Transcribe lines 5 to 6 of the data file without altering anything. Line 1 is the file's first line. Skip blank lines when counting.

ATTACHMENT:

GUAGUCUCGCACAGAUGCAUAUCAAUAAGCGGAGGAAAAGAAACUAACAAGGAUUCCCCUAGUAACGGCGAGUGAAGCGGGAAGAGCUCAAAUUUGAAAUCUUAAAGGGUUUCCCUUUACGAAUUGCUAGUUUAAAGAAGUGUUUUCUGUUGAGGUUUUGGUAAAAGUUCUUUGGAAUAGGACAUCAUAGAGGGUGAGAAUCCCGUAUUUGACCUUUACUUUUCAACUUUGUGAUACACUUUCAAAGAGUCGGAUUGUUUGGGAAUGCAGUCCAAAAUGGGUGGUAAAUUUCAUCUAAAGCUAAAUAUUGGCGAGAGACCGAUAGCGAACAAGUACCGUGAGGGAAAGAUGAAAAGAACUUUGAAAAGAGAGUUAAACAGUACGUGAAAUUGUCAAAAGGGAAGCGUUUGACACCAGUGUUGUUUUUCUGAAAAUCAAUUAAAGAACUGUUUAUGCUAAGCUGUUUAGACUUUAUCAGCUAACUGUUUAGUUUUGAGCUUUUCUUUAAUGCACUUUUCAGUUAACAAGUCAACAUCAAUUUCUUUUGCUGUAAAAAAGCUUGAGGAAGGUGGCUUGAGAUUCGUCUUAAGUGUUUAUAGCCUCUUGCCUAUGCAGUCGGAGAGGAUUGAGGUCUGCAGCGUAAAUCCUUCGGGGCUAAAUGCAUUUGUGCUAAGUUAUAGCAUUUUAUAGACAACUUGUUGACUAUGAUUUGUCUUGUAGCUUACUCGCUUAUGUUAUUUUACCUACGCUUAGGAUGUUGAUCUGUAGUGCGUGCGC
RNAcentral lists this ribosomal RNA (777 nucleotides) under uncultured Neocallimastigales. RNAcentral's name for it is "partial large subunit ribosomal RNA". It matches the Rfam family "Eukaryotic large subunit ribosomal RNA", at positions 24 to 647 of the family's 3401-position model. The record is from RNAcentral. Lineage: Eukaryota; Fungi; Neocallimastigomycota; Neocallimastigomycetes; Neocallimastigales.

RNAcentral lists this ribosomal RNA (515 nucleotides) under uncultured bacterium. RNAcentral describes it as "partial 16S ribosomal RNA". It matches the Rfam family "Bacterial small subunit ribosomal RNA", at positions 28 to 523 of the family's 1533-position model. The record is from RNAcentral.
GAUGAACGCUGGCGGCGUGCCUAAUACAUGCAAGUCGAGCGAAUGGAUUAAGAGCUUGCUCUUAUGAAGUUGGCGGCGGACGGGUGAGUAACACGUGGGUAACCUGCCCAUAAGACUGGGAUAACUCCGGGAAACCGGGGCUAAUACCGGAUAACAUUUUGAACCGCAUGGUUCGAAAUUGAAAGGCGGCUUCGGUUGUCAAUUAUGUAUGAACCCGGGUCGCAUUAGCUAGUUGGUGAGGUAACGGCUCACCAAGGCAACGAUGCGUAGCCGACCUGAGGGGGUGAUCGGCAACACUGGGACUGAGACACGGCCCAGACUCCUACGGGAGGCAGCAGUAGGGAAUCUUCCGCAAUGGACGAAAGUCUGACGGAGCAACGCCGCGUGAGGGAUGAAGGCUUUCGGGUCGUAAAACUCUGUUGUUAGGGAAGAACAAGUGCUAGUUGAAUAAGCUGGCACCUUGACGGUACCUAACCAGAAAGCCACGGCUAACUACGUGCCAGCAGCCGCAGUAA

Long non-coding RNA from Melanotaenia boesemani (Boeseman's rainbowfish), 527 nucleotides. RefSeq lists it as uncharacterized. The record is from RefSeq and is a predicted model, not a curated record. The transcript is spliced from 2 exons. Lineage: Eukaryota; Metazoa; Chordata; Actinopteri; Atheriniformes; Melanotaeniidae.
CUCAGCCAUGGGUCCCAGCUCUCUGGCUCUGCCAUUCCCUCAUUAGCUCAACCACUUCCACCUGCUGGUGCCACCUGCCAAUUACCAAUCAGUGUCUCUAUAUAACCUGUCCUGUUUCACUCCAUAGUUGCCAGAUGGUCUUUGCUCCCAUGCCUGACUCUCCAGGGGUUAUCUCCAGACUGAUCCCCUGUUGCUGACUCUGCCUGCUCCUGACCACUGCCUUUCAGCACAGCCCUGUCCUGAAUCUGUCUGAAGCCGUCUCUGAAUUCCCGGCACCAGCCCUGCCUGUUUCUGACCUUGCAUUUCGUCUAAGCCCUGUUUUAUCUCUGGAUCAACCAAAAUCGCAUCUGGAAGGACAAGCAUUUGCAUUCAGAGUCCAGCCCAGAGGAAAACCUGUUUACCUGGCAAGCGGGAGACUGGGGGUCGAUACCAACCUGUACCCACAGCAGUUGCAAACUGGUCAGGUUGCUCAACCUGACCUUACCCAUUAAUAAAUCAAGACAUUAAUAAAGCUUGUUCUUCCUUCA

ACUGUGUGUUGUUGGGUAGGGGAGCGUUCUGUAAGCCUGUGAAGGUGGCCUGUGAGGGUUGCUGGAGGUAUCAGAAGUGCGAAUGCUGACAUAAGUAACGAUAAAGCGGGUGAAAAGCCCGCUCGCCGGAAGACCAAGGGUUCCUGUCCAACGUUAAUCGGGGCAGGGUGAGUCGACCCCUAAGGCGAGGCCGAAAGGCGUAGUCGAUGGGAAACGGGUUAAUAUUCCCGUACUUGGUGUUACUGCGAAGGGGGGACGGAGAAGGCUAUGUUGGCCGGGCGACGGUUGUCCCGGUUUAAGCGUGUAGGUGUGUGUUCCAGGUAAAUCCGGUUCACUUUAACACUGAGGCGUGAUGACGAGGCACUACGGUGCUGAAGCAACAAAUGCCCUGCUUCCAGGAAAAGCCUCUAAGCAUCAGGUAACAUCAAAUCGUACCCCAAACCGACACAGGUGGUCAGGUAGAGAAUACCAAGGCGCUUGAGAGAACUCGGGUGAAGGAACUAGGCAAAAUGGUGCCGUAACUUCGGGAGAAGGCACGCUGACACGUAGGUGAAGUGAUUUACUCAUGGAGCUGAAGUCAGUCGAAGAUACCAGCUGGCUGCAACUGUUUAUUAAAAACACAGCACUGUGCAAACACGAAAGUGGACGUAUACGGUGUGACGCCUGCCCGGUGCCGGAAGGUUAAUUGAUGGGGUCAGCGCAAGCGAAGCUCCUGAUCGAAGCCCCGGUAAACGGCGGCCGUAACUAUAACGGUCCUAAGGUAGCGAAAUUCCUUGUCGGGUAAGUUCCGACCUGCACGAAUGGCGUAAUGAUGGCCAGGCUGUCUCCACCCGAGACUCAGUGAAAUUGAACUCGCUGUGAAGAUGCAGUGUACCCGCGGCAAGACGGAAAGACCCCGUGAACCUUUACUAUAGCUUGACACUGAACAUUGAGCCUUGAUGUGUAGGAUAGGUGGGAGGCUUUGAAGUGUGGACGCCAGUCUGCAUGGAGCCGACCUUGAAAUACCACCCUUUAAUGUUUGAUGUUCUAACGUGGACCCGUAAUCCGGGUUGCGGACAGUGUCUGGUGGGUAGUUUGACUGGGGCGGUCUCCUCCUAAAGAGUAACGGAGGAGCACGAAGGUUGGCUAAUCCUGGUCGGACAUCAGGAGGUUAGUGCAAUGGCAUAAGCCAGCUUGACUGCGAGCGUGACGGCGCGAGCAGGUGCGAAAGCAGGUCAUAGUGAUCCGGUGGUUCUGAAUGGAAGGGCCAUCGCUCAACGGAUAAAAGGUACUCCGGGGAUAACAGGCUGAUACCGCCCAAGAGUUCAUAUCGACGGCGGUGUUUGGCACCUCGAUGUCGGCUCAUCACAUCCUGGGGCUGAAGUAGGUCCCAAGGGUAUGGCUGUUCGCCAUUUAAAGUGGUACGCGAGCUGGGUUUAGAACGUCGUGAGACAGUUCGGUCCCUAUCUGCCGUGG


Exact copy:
Long non-coding RNA from Melanotaenia boesemani (Boeseman's rainbowfish), 527 nucleotides. RefSeq lists it as uncharacterized. The record is from RefSeq and is a predicted model, not a curated record. The transcript is spliced from 2 exons. Lineage: Eukaryota; Metazoa; Chordata; Actinopteri; Atheriniformes; Melanotaeniidae.
CUCAGCCAUGGGUCCCAGCUCUCUGGCUCUGCCAUUCCCUCAUUAGCUCAACCACUUCCACCUGCUGGUGCCACCUGCCAAUUACCAAUCAGUGUCUCUAUAUAACCUGUCCUGUUUCACUCCAUAGUUGCCAGAUGGUCUUUGCUCCCAUGCCUGACUCUCCAGGGGUUAUCUCCAGACUGAUCCCCUGUUGCUGACUCUGCCUGCUCCUGACCACUGCCUUUCAGCACAGCCCUGUCCUGAAUCUGUCUGAAGCCGUCUCUGAAUUCCCGGCACCAGCCCUGCCUGUUUCUGACCUUGCAUUUCGUCUAAGCCCUGUUUUAUCUCUGGAUCAACCAAAAUCGCAUCUGGAAGGACAAGCAUUUGCAUUCAGAGUCCAGCCCAGAGGAAAACCUGUUUACCUGGCAAGCGGGAGACUGGGGGUCGAUACCAACCUGUACCCACAGCAGUUGCAAACUGGUCAGGUUGCUCAACCUGACCUUACCCAUUAAUAAAUCAAGACAUUAAUAAAGCUUGUUCUUCCUUCA